Only those whose minds have been corrupted by religion want homosexuals to have fewer civil rights and financial opportunities and a higher tax burden than straights.

    If there was a distinction made between "religious" marriage and "secular/civil" marriage, there would probably be less conflict over the gay marriage issue. It's probably a smart strategy for politicians to use the term "civil unions" instead of "gay marriage."

    Rightly or wrongly, the religious see gay marriage as an attack on what they see as a sacred religious institution. They don't see marriage as a secular tax/financial/hospital visitation issue. Hence the bitter conflict.

  9. Dan8267


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    173   9:02pm Fri 26 Jul 2013   Share   Quote   Permalink   Like   Dislike (1)  

    freak80 says

    If there was a distinction made between "religious" marriage and "secular/civil" marriage, there would probably be less conflict over the gay marriage issue.

    No, because churches don't have to recognize legal marriages as religious ones. Even the Christian right isn't so fucking retarded as to think that recognizing secular same-sex marriages means the state will force their local pastor to marry two guys in gay biker outfits while all the kids are made to watch them consummate the marriage. Then again, I could be wrong.

  10. freak80


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    174   9:22pm Fri 26 Jul 2013   Share   Quote   Permalink   Like   Dislike  

    Dan8267 says

    Even the Christian right isn't so fucking retarded as to think that recognizing secular same-sex marriages means the state will force their local pastor to marry two guys in gay biker outfits while all the kids are made to watch them consummate the marriage. Then again, I could be wrong.

    http://www.npr.org/templates/story/story.php?storyId=91486340

    Some of that seems to skirt the edge. The state forced a church to allow for gay marriage on its own property.

    I really don't have a dog in that fight anymore, but I can understand the concern.

  11. curious2


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    175   9:35pm Fri 26 Jul 2013   Share   Quote   Permalink   Like   Dislike  

    freak80 says

    The state forced a church to allow for gay marriage on its own property.

    I really don't have a dog in that fight anymore, but I can understand the concern.

    "The judge determined that the Ocean Grove Camp Meeting Association breached its agreement to make the pavilion available to the public on an equal basis. The association was also required to make the pavilion public in exchange for a state tax exemption it received that requires equal access on a non-discriminatory basis. Metzger also noted that while the association is free to practice its mission without government oversight, it had never attached any religious ministry to the wedding venue until it received Paster and Bernstein’s application."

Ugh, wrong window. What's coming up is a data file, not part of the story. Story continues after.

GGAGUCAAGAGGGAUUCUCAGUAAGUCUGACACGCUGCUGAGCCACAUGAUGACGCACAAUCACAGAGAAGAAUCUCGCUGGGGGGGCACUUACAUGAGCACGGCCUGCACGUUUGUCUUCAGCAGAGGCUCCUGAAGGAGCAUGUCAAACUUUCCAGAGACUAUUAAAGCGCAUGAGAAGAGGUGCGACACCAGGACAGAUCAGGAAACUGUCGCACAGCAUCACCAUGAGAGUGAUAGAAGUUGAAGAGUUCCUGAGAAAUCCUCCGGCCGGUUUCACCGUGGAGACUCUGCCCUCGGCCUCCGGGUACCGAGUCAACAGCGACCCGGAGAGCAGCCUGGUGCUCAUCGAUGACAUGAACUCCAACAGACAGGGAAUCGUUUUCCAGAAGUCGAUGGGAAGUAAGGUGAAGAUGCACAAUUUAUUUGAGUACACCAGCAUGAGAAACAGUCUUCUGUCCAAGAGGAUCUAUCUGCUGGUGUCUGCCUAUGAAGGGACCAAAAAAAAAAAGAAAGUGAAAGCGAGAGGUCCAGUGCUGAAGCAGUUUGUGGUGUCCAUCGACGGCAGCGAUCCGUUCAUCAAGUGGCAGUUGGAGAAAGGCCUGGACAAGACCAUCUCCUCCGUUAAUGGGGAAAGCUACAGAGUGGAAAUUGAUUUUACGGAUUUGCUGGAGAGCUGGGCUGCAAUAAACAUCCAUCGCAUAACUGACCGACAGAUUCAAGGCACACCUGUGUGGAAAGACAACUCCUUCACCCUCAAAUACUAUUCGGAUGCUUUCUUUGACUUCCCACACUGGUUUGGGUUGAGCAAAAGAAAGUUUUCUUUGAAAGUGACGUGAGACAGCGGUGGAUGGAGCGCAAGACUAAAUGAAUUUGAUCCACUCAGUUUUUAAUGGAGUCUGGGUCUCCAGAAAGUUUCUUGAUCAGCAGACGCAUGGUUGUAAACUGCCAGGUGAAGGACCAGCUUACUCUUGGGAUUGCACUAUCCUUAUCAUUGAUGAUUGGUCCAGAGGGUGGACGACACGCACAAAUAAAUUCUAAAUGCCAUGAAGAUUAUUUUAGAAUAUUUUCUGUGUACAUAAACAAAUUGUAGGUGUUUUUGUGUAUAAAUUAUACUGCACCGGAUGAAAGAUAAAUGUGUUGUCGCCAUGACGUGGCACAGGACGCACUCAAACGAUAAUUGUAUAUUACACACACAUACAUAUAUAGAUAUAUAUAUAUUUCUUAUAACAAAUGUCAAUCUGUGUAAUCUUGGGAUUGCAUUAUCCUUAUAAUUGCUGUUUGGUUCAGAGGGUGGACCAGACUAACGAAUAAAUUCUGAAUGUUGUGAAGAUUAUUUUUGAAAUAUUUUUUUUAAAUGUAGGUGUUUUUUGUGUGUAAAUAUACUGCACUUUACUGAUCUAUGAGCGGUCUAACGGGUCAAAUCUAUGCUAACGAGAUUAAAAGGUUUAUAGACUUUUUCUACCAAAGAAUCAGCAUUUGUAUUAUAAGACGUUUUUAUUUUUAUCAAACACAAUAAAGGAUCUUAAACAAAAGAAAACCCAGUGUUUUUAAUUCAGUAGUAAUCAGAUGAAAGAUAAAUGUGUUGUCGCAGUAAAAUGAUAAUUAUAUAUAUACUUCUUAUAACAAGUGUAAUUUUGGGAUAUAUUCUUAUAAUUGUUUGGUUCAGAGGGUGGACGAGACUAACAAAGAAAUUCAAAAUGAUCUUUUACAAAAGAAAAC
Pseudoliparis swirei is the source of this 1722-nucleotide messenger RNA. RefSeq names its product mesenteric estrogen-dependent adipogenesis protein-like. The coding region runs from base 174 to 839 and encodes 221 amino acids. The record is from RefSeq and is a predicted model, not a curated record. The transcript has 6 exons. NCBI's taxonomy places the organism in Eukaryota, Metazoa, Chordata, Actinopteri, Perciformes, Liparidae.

As churches have acquired more property, they have sought to produce revenue while at the same time avoiding taxes. In this regard, they have behaved quite similarly to other businesses. Nothing required the church to buy a beach pavilion and rent it out as a public accommodation, but having gone into that business, they were required to follow the same rules as everyone else in that business. The same would apply if they bought a restaurant but didn't want to comply with the health code: if they invest in a line of business to make money, they have to follow the same rules as anyone else in that business.

  12. marcus


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    176   10:27pm Fri 26 Jul 2013   Share   Quote   Permalink   Like   Dislike (1)  

    leo707 says

    Ummm...maybe...*er*...sort of. I think that it can be just an emotional experience.

    IT's an experience, that has an emotional component to it. You could say that for some there might be an element of dishonesty in the experience that they are having if it is for the sole purpose of tricking themselves in to having the positive emotions that flow from it.

    So ? What's all this judging about anyway ?

    If it's that some take this line of thinking to the question, is it real ?
    Is this experience real ? (or is it emotion ?) To me that's not very far from saying, "am I real ?" Aren't I comprised of my experiences ?

  13. Dan8267


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    177   11:05pm Fri 26 Jul 2013   Share   Quote   Permalink   Like   Dislike  

    curious2 says

    if they invest in a line of business to make money, they have to follow the same rules as anyone else in that business.